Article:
New parents are alarmed the first time they see their baby startle. The baby is calm and suddenly spreads his arms and opens his palms. It is an involuntary and totally normal movement that receives the name of Moorish reflection . This startle in the newborn baby is indicative of good health, in fa
New parents are alarmed the first time they see their baby startle. The baby is calm and suddenly spreads his arms and opens his palms.
It is an involuntary and totally normal movement that receives the name of Moorish reflection. This startle in the newborn baby is indicative of good health, in fact if it did not before a given stimulus, we would be facing a possible case of brain damage or spinal cord.
What is the reflex of the Moor in the newborn baby
It is an involuntary response to stimulation, is one of the primary reflexes of the newborn baby and usually disappears after 3 or 4 months of life.
It is known as a startle reflex, a hug reflex in the baby or a reflection of a Moor. This last definition is the most common and is due to its discoverer, the Austrian Ernst Moro, a well-known pediatrician who, between the end of the XIX century and the beginning of the XX, made important advances in pediatrics.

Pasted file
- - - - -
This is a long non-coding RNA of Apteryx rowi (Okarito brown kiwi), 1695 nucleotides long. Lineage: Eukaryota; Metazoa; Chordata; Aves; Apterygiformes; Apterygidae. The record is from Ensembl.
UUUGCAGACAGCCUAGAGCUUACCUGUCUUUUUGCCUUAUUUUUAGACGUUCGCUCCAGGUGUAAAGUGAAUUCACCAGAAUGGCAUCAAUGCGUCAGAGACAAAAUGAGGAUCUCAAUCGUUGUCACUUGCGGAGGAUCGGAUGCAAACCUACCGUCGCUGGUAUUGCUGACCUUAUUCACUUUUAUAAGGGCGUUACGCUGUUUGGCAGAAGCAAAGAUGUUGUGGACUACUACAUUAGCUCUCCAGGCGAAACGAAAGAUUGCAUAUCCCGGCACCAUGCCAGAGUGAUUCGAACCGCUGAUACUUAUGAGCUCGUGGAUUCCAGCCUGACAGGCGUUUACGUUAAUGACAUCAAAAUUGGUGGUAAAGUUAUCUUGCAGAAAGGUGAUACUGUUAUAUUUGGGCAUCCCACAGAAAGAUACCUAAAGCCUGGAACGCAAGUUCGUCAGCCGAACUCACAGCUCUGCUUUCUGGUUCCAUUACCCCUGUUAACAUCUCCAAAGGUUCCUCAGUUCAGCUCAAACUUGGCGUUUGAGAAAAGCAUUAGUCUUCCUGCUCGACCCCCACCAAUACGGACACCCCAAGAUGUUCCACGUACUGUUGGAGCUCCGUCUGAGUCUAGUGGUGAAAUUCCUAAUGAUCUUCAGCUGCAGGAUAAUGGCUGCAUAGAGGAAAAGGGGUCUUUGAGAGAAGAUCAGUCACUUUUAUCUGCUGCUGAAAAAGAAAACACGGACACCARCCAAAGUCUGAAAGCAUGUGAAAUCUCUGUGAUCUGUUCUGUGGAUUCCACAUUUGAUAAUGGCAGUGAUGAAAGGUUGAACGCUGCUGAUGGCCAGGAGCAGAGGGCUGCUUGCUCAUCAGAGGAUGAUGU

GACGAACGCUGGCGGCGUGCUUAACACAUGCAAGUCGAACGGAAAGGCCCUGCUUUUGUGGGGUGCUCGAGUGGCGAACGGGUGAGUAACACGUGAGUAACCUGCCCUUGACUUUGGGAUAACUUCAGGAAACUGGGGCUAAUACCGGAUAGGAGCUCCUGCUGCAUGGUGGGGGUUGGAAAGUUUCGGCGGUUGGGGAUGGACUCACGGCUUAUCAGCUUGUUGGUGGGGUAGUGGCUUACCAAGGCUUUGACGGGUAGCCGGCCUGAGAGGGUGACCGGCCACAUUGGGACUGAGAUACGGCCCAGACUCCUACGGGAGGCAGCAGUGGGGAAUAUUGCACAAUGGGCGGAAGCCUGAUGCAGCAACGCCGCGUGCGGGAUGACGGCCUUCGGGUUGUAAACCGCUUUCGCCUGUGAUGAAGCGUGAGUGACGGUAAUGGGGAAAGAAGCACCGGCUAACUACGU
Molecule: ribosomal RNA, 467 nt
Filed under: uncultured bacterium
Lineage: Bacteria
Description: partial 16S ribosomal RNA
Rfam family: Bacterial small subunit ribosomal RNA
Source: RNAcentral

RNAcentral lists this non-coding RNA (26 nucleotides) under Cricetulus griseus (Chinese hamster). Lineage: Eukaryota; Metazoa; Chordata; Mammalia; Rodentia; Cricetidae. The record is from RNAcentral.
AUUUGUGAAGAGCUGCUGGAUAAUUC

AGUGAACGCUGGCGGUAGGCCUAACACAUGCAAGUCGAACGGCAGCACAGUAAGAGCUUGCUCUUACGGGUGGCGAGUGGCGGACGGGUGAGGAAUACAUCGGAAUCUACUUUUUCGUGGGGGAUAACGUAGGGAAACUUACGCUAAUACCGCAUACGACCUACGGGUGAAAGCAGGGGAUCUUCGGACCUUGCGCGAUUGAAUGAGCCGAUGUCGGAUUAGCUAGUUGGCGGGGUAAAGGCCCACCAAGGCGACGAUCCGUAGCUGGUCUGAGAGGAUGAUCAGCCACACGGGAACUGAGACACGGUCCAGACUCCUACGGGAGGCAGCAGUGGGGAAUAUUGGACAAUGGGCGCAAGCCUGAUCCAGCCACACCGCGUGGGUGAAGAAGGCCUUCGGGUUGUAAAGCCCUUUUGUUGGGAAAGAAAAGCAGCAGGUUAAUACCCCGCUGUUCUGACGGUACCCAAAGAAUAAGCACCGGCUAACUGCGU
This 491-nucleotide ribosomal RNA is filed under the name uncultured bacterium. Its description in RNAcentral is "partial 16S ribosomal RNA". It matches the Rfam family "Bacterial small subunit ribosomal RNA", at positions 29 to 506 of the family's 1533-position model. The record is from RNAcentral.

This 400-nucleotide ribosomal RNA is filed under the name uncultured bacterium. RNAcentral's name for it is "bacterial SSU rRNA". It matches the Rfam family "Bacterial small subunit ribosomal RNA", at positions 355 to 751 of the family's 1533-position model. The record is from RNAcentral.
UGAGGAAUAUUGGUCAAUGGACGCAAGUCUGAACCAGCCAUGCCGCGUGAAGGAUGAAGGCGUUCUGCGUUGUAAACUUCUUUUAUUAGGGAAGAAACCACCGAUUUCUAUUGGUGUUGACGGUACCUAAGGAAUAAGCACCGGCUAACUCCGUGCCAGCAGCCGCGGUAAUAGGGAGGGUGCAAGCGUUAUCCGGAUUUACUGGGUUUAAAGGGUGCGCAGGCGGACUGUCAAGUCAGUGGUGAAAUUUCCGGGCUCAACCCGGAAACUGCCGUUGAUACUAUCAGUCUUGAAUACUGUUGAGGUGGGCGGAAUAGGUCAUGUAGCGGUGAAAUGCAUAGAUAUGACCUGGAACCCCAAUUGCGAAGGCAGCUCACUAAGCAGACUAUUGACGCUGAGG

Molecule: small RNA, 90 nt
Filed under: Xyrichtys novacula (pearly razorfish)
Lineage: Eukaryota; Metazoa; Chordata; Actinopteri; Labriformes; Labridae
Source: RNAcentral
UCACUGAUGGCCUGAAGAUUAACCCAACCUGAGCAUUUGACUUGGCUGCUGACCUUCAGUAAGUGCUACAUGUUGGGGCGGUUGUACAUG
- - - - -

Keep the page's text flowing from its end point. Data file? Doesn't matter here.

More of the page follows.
Checking the Moor reflex is one of the first tests performed on the newborn baby, it is about putting the baby on a soft surface, for example a cushion, his head is carefully raised and he is allowed to fall backwards holding him fast again (without hitting the cushion). If the child extends his arms with his palms up and even cries, that is, if he starts for a few seconds, and then the arms return to his position and relaxes, his response is normal and will be a sign of good health.
The baby can also be observed performing this movement while he sleeps, if he hears a loud sound that scares him or if we change his position abruptly.
When there is no jolt in the newborn baby
If the baby's reflex is not seen in both the tests performed immediately after birth and in subsequent tests or even if it is performed asymmetrically, ie only with One side of the body could be a sign of:
- Brain damage.
- Damage to the spinal cord.
- Broken clavicle.
- Damage to the brachial plexus (nerves that go from the lower part of the neck to the upper shoulder area)
In the absence of startle in the newborn baby, the pediatrician will perform a physical examination and perform a family history to rule out possible congenital defects.
If the reflection of the Moor persists beyond the fourth or fifth month of the baby's life may indicate neurological damage.
Video of the reflection of the Moor in babies
This video shows what the startle reflex in the newborn baby consists of.